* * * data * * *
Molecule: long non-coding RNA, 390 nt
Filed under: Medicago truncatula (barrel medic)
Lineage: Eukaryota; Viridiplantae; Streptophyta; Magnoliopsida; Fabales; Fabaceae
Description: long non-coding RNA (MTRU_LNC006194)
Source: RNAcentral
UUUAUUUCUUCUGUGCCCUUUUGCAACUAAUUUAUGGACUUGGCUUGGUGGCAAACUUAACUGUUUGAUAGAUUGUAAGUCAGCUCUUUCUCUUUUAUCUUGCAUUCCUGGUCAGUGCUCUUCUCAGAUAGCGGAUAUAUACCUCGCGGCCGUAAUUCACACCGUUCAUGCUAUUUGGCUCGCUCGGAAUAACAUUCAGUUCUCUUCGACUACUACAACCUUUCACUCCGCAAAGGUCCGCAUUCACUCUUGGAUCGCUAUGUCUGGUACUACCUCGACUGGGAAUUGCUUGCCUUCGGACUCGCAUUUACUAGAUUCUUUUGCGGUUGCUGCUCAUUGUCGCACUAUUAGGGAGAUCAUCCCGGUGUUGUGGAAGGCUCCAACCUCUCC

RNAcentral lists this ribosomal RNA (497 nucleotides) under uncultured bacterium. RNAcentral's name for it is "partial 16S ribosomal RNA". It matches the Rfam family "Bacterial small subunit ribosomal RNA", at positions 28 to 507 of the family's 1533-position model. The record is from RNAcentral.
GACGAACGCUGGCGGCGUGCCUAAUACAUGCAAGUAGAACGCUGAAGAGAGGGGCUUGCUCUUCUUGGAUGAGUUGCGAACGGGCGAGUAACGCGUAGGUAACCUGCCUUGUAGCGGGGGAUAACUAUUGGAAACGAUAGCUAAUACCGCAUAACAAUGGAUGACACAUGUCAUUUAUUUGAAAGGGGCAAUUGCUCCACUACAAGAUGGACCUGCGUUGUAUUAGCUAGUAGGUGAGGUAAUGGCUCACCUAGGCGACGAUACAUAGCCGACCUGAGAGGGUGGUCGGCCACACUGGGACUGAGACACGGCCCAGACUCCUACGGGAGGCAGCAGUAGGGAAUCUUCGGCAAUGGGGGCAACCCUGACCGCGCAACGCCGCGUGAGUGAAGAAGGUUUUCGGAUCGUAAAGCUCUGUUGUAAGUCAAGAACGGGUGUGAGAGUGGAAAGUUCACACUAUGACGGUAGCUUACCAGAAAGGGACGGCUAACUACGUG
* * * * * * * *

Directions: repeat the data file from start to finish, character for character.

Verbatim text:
Molecule: long non-coding RNA, 390 nt
Filed under: Medicago truncatula (barrel medic)
Lineage: Eukaryota; Viridiplantae; Streptophyta; Magnoliopsida; Fabales; Fabaceae
Description: long non-coding RNA (MTRU_LNC006194)
Source: RNAcentral
UUUAUUUCUUCUGUGCCCUUUUGCAACUAAUUUAUGGACUUGGCUUGGUGGCAAACUUAACUGUUUGAUAGAUUGUAAGUCAGCUCUUUCUCUUUUAUCUUGCAUUCCUGGUCAGUGCUCUUCUCAGAUAGCGGAUAUAUACCUCGCGGCCGUAAUUCACACCGUUCAUGCUAUUUGGCUCGCUCGGAAUAACAUUCAGUUCUCUUCGACUACUACAACCUUUCACUCCGCAAAGGUCCGCAUUCACUCUUGGAUCGCUAUGUCUGGUACUACCUCGACUGGGAAUUGCUUGCCUUCGGACUCGCAUUUACUAGAUUCUUUUGCGGUUGCUGCUCAUUGUCGCACUAUUAGGGAGAUCAUCCCGGUGUUGUGGAAGGCUCCAACCUCUCC

RNAcentral lists this ribosomal RNA (497 nucleotides) under uncultured bacterium. RNAcentral's name for it is "partial 16S ribosomal RNA". It matches the Rfam family "Bacterial small subunit ribosomal RNA", at positions 28 to 507 of the family's 1533-position model. The record is from RNAcentral.
GACGAACGCUGGCGGCGUGCCUAAUACAUGCAAGUAGAACGCUGAAGAGAGGGGCUUGCUCUUCUUGGAUGAGUUGCGAACGGGCGAGUAACGCGUAGGUAACCUGCCUUGUAGCGGGGGAUAACUAUUGGAAACGAUAGCUAAUACCGCAUAACAAUGGAUGACACAUGUCAUUUAUUUGAAAGGGGCAAUUGCUCCACUACAAGAUGGACCUGCGUUGUAUUAGCUAGUAGGUGAGGUAAUGGCUCACCUAGGCGACGAUACAUAGCCGACCUGAGAGGGUGGUCGGCCACACUGGGACUGAGACACGGCCCAGACUCCUACGGGAGGCAGCAGUAGGGAAUCUUCGGCAAUGGGGGCAACCCUGACCGCGCAACGCCGCGUGAGUGAAGAAGGUUUUCGGAUCGUAAAGCUCUGUUGUAAGUCAAGAACGGGUGUGAGAGUGGAAAGUUCACACUAUGACGGUAGCUUACCAGAAAGGGACGGCUAACUACGUG